Mikhail Gorbachev was a major force at the center of political change in the latter half of the 20th century. His emphasis on the spoken word and the visual image was so pronounced that the character of the reform program he introduced became both a reflection and an extension of his own political persona. To promote his political program, Gorbachev depended upon the media to assist him in delivering his message and restructuring the Soviet experience; it was almost as if he believed that he could talk a revolution into existence. He hoped to promote both real and symbolic change, but found instead that such efforts led to his own downfall. Gorbachev's case is an example of the power of personality in transforming a political culture. The author organizes his material into three topic areas: perestroika, glasnost, and "New Thinking" in foreign policy; and, in each of these areas he highlights Gorbachev's relations with the media, his public image, and the political influence of the media. Gorbachev's "New Thinking" influenced Soviet foreign policy and set in motion a change in the international environment, as he preached disarmament and international understanding as opposed to military confrontation and nuclear conflict. The net result, however, was the loss of the Soviet Empire in Eastern Europe and the end of the Soviet Union's superpower status.
Long Description
Mikhail Gorbachev was a major force at the center of political change in the latter half of the 20th century. His emphasis on the spoken word and the visual image was so pronounced that the character of the reform program he introduced became both a reflection and an extension of his own political persona. To promote his political program, Gorbachev depended upon the media to assist him in delivering his message and restructuring the Soviet experience; it was almost as if he believed that he could talk a revolution into existence. He hoped to promote both real and symbolic change, but found instead that such efforts led to his own downfall. Gorbachev's case is an example of the power of personality in transforming a political culture. The author organizes his material into three topic areas: perestroika, glasnost, and New Thinking in foreign policy; and, in each of these areas he highlights Gorbachev's relations with the media, his public image, and the political influence of the media. Gorbachev's New Thinking influenced Soviet foreign policy and set in motion a change in the international environment, as he preached disarmament and international understanding as opposed to military confrontation and nuclear conflict. The net result, however, was the loss of the Soviet Empire in Eastern Europe and the end of the Soviet Union's superpower status.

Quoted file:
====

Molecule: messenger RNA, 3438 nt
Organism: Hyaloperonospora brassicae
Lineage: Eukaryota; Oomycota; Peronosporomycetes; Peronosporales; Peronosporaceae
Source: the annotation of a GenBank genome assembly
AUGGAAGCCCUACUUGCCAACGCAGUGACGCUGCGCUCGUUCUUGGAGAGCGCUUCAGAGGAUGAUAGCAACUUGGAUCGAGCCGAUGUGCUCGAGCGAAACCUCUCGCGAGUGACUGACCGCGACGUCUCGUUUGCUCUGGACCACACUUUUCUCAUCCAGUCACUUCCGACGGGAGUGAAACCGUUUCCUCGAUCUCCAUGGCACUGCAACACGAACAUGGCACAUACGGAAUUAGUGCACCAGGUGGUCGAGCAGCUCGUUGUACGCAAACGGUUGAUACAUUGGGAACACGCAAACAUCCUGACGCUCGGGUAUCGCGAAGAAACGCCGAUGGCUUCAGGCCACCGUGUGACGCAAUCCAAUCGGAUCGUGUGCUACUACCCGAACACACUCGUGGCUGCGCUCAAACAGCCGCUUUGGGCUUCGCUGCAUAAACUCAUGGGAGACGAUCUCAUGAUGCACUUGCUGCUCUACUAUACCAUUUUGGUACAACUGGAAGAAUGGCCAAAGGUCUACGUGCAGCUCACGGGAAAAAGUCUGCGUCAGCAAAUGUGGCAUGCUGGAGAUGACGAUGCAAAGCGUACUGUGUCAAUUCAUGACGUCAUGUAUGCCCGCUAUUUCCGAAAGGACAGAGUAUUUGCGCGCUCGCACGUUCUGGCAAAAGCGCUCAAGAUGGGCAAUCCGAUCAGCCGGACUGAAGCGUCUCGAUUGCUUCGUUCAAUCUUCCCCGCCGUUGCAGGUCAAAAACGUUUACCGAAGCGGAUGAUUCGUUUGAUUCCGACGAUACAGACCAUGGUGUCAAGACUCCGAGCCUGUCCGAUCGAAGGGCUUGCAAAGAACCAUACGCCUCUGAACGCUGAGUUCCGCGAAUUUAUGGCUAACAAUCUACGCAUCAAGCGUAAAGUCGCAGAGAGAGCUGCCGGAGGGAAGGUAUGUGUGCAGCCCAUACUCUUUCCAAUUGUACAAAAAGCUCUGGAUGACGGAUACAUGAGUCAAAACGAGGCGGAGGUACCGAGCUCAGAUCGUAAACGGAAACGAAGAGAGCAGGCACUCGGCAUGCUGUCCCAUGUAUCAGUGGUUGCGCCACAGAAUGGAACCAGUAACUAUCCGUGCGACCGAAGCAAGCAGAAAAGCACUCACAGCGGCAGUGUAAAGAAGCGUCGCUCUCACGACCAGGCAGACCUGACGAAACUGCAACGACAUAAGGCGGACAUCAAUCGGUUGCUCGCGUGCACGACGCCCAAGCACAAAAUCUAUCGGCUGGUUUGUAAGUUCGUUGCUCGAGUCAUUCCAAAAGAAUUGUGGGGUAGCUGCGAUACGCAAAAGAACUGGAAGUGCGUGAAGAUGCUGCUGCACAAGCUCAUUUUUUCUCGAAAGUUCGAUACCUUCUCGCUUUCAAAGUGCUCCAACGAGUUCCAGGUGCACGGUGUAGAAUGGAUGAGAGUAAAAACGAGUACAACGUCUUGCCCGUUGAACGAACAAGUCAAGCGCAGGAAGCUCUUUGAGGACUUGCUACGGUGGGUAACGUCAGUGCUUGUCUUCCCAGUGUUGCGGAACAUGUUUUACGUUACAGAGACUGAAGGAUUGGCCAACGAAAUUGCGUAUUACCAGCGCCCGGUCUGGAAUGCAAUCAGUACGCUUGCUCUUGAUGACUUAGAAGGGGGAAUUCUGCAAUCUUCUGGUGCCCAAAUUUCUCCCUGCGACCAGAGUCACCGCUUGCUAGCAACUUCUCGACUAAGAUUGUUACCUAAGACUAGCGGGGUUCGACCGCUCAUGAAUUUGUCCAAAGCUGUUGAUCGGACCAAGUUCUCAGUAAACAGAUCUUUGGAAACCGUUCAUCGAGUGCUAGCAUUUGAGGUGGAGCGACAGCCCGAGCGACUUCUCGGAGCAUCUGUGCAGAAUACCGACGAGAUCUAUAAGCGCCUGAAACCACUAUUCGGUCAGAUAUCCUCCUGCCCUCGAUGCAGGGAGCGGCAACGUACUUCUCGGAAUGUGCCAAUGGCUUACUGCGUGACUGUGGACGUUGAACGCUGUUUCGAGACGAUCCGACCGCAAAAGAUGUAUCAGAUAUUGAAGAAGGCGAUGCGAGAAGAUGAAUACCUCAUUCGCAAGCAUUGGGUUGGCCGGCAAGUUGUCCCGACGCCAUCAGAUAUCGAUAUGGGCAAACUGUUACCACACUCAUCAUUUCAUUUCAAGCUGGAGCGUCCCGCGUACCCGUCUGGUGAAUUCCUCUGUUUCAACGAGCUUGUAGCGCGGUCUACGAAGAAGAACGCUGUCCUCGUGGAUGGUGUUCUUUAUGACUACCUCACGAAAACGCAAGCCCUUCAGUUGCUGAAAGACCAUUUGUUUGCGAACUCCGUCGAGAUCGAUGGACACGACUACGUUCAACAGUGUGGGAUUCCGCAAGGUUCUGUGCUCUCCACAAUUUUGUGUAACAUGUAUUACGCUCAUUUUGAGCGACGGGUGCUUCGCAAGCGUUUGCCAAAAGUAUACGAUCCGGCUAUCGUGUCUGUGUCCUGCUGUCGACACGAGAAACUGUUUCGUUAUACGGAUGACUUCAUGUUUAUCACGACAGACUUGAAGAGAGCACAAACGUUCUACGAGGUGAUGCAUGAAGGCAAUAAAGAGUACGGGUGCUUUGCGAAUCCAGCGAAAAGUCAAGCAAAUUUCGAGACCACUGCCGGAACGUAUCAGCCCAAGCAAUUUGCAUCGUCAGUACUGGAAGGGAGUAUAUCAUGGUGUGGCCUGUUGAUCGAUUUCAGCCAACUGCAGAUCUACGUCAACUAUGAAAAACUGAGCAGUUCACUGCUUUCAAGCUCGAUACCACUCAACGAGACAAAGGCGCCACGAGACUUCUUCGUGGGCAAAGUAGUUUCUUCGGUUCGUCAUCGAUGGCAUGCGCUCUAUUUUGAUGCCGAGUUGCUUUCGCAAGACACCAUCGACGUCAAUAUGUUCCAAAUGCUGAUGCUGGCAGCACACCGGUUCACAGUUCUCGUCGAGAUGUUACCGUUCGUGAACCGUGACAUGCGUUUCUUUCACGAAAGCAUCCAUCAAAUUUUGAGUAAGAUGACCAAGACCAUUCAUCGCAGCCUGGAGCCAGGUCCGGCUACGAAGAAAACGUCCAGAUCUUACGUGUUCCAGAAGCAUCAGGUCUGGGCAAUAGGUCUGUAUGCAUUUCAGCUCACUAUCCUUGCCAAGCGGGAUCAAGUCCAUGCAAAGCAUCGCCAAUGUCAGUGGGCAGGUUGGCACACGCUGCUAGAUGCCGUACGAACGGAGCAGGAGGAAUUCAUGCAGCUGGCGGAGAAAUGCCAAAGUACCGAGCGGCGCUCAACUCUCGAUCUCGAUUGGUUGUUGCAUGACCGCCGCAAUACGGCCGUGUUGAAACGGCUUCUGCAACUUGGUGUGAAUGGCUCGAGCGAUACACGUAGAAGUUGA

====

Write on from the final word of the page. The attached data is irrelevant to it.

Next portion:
Table of Contents
Prefacep. ix
Personality, Charisma, and Leadershipp. 1
The Making of an International Personap. 1
Youth, Politics, and Stylep. 5
Leadership and Ideological Reformp. 13
Perestroika and the Revival of Soviet Politicsp. 23
Perestroika as Political, Social, and Economic Reformp. 23
Stalinism and the Andreyeva Letterp. 31
Sakharov and the Congress of People's Deputiesp. 36
Yeltsin and the Russian Alternativep. 41
Glasnost: The Media and the Formation of a New Political Culturep. 53
Glasnost in Theory and Practicep. 53
News Media: Print and Broadcast Journalismp. 59
The Emergence of a New Popular Culturep. 65
Foreign Policy: Gorbachev Stylep. 83
New Thinkingp. 83
Summitry and Internationalismp. 96
The Peace and Disarmament Offensivep. 105
Into the Abyss and Beyondp. 123
The Great Master of Improvisationp. 123
The August Coupp. 133
Resignation, Controversy, and Assessmentp. 139
Selected Bibliographyp. 155
Indexp. 159
Table of Contents provided by Syndetics. All Rights Reserved.